In a tit-for-tat escalation of border controls at the EU border, Croatia said on Thursday that it will ban Serbian licensed cars from entering the country. The move comes after Serbia announced on Thursday morning it will impose an embargo on all cargo and goods coming from Croatia.
Croatian Interior Minister Ranko Ostojic rebuffed earlier reports claiming that Croatia would also ban Serbian citizens from entering the country. However, there were reports some Serbian passport holders were turned back at the border over technical issues.
Serbia's embargo on Croatian goods came in response to Croatia having closed seven of eight border crossings and banned all trucks but those carrying perishable goods from entering the country in order to pressure Belgrade to redirect refugees towards Hungary and Romania. Croatia is a major gateway for goods from the EU entering Serbia.
Croatia has been overwhelmed by refugees making their way from the conflict torn Middle East and Africa through the Balkans on their way to richer countries in the EU.
Nearly 40,000 refugees, mostly from Syria, have crossed into Croatia since last Tuesday after Hungary erected a fence along its border with Serbia. Croatia has accused Serbia of bussing migrants entering the country from Macedonia to Croatia.
The crisis has also tested relations between Hungary and Croatia as well as the free movement of people within the Schengen zone.
The refugee crisis has tested relations between Croatia, the newest EU member, and its longtime foe Serbia, which backed Serb rebels during Croatia's struggle for independence in the early 1990 Balkan wars.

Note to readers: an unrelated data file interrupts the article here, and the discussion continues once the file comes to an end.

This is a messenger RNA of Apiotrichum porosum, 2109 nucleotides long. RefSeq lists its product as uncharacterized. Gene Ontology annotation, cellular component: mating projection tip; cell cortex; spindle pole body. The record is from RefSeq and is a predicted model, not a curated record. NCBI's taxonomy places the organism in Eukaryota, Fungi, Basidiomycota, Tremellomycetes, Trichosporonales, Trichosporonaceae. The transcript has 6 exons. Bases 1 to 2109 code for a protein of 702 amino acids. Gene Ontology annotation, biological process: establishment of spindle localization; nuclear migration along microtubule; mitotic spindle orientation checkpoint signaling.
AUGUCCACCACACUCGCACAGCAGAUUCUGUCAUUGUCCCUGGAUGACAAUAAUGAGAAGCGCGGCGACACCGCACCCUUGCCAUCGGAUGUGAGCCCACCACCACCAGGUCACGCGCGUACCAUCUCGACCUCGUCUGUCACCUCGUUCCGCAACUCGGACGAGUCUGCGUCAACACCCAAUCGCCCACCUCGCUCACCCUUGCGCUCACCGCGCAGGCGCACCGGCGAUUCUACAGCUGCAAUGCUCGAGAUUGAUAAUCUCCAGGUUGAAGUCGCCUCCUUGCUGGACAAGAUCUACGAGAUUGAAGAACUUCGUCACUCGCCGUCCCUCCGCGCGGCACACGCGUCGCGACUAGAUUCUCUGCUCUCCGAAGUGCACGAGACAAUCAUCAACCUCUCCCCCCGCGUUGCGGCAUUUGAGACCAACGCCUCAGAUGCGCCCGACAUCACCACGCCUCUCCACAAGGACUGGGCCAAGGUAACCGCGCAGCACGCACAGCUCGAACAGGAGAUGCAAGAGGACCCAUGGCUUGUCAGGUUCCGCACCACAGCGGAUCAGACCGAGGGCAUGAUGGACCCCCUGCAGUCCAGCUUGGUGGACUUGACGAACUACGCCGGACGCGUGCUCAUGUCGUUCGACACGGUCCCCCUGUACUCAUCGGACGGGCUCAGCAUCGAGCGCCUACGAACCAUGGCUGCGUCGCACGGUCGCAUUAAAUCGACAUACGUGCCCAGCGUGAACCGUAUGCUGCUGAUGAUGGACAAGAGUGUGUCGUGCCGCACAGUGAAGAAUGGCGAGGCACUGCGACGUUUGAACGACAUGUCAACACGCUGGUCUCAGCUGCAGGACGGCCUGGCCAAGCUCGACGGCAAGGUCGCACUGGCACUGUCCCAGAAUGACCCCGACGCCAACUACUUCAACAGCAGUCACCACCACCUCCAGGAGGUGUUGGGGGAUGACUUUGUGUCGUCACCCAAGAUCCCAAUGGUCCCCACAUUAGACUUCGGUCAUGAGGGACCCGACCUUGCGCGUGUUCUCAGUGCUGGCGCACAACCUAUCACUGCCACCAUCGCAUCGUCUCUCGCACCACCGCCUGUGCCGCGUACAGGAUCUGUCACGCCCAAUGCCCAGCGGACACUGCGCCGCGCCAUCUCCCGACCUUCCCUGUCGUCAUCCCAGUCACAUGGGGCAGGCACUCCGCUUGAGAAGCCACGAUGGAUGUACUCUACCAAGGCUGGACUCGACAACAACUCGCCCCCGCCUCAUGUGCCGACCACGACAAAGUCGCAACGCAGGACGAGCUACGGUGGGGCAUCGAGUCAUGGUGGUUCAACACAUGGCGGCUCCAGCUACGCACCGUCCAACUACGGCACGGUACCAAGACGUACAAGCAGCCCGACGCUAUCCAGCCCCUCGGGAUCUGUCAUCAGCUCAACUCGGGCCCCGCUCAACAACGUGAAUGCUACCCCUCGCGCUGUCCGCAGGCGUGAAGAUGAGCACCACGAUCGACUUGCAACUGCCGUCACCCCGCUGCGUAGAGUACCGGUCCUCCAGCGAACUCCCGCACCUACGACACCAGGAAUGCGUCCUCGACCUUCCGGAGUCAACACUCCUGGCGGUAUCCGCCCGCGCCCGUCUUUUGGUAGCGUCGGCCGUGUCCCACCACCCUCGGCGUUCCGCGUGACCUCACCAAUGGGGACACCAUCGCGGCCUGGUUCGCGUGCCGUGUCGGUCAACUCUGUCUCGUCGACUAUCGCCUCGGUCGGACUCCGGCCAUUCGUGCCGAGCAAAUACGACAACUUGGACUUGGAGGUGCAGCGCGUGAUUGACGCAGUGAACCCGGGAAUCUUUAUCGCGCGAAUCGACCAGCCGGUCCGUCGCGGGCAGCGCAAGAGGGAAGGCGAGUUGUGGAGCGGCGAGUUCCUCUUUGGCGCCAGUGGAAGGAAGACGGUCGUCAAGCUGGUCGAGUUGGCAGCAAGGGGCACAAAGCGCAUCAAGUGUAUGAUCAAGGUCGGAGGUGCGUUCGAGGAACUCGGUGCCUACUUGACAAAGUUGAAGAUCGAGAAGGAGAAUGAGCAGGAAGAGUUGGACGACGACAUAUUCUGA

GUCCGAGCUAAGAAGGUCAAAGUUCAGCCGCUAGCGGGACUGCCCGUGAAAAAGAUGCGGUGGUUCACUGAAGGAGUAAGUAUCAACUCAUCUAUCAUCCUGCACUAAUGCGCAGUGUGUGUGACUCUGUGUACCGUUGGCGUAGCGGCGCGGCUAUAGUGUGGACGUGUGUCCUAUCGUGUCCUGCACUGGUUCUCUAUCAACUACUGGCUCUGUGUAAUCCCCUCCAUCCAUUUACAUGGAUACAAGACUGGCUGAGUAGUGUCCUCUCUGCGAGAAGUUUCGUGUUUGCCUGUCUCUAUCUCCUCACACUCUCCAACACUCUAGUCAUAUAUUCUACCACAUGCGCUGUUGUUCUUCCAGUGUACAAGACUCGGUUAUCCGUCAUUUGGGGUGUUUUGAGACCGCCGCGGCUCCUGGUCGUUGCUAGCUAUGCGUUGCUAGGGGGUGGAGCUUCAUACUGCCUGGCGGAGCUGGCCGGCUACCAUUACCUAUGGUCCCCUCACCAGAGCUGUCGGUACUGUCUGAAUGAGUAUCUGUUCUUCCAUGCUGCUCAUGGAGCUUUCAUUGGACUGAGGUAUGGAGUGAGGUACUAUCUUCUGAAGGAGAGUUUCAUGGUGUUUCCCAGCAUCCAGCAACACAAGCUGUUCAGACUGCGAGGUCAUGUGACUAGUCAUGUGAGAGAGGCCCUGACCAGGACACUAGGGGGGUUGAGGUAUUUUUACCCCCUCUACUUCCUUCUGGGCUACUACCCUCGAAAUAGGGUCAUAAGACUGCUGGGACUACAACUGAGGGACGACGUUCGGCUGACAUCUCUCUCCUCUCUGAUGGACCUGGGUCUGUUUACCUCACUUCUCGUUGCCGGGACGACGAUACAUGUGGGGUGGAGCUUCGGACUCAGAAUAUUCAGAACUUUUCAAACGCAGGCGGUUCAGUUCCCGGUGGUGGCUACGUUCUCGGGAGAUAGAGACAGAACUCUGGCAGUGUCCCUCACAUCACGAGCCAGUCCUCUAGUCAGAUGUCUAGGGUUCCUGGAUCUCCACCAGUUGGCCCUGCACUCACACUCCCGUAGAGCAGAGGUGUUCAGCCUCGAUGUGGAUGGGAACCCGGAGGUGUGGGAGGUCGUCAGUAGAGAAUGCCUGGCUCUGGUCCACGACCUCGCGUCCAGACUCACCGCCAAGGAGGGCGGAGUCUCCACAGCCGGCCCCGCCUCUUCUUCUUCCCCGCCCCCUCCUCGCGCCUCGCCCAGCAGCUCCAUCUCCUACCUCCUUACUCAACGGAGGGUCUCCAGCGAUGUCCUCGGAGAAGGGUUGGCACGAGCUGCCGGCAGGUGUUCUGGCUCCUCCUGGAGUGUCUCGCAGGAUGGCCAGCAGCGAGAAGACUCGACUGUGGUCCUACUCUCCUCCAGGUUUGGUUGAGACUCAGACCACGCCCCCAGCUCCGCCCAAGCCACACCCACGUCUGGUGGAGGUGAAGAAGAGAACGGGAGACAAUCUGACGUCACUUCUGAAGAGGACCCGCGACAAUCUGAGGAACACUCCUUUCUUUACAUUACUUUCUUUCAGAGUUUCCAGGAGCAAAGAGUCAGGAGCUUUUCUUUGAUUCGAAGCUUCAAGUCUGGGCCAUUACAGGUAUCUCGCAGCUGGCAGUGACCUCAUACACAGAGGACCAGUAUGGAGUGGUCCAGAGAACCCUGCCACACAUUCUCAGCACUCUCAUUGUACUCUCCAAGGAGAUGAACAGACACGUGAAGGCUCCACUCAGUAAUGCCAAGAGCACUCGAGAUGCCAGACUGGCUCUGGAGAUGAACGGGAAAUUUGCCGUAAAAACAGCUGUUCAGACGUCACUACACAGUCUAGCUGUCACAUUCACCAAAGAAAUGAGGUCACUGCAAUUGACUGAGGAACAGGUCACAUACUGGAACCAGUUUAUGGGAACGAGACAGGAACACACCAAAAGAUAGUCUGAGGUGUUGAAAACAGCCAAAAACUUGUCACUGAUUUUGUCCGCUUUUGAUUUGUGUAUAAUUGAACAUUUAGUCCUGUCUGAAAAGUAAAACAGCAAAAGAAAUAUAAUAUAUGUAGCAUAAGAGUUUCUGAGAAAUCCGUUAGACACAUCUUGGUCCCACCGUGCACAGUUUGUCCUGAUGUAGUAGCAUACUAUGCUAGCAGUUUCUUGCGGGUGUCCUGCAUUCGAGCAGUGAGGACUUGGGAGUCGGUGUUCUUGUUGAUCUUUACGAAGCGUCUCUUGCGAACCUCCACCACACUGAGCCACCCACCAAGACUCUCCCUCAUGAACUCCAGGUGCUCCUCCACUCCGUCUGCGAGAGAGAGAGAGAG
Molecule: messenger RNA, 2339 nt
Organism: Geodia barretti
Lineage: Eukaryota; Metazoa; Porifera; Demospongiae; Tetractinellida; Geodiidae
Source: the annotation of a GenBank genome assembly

A vicious circle
As the refugee crisis turns into a trade war, the Balkan states have issued mutual recriminations.
Croatian Prime Minister Zoran Milanovic said on Thursday after an EU summit to tackle the refugee issue that his country had intended to open up the border but "now we have to react to this."
"There will be no war or violence, everything will be calm, but this is not normal behavior (by Serbia)," he said.
Meanwhile, Serbia's Foreign Ministry likened Croatia's behavior to the Nazi puppet regime established during World War II.
"In their discriminatory character, [the restrictions] can only be compared with measures taken in the past, during the fascist Independent Croatia," the Serbian Foreign Ministry said in a statement.
The largest refugee crisis in Europe since World War II has tested EU leaders, who gathered until the early hours of Thursday morning to discuss measures to strengthen border controls in the bloc.
After a seven-hour marathon meeting the European Council pledged to "tackle the dramatic situation at our external borders and strengthen controls at those borders" by ramping up funding, staff and equipment for EU border and police agencies.
The EU also announced it would mobilize an extra 1 billion euros ($1.2 billion) for Syrian refugees in the Middle East.
cw/sms (Reuters, dpa, AP)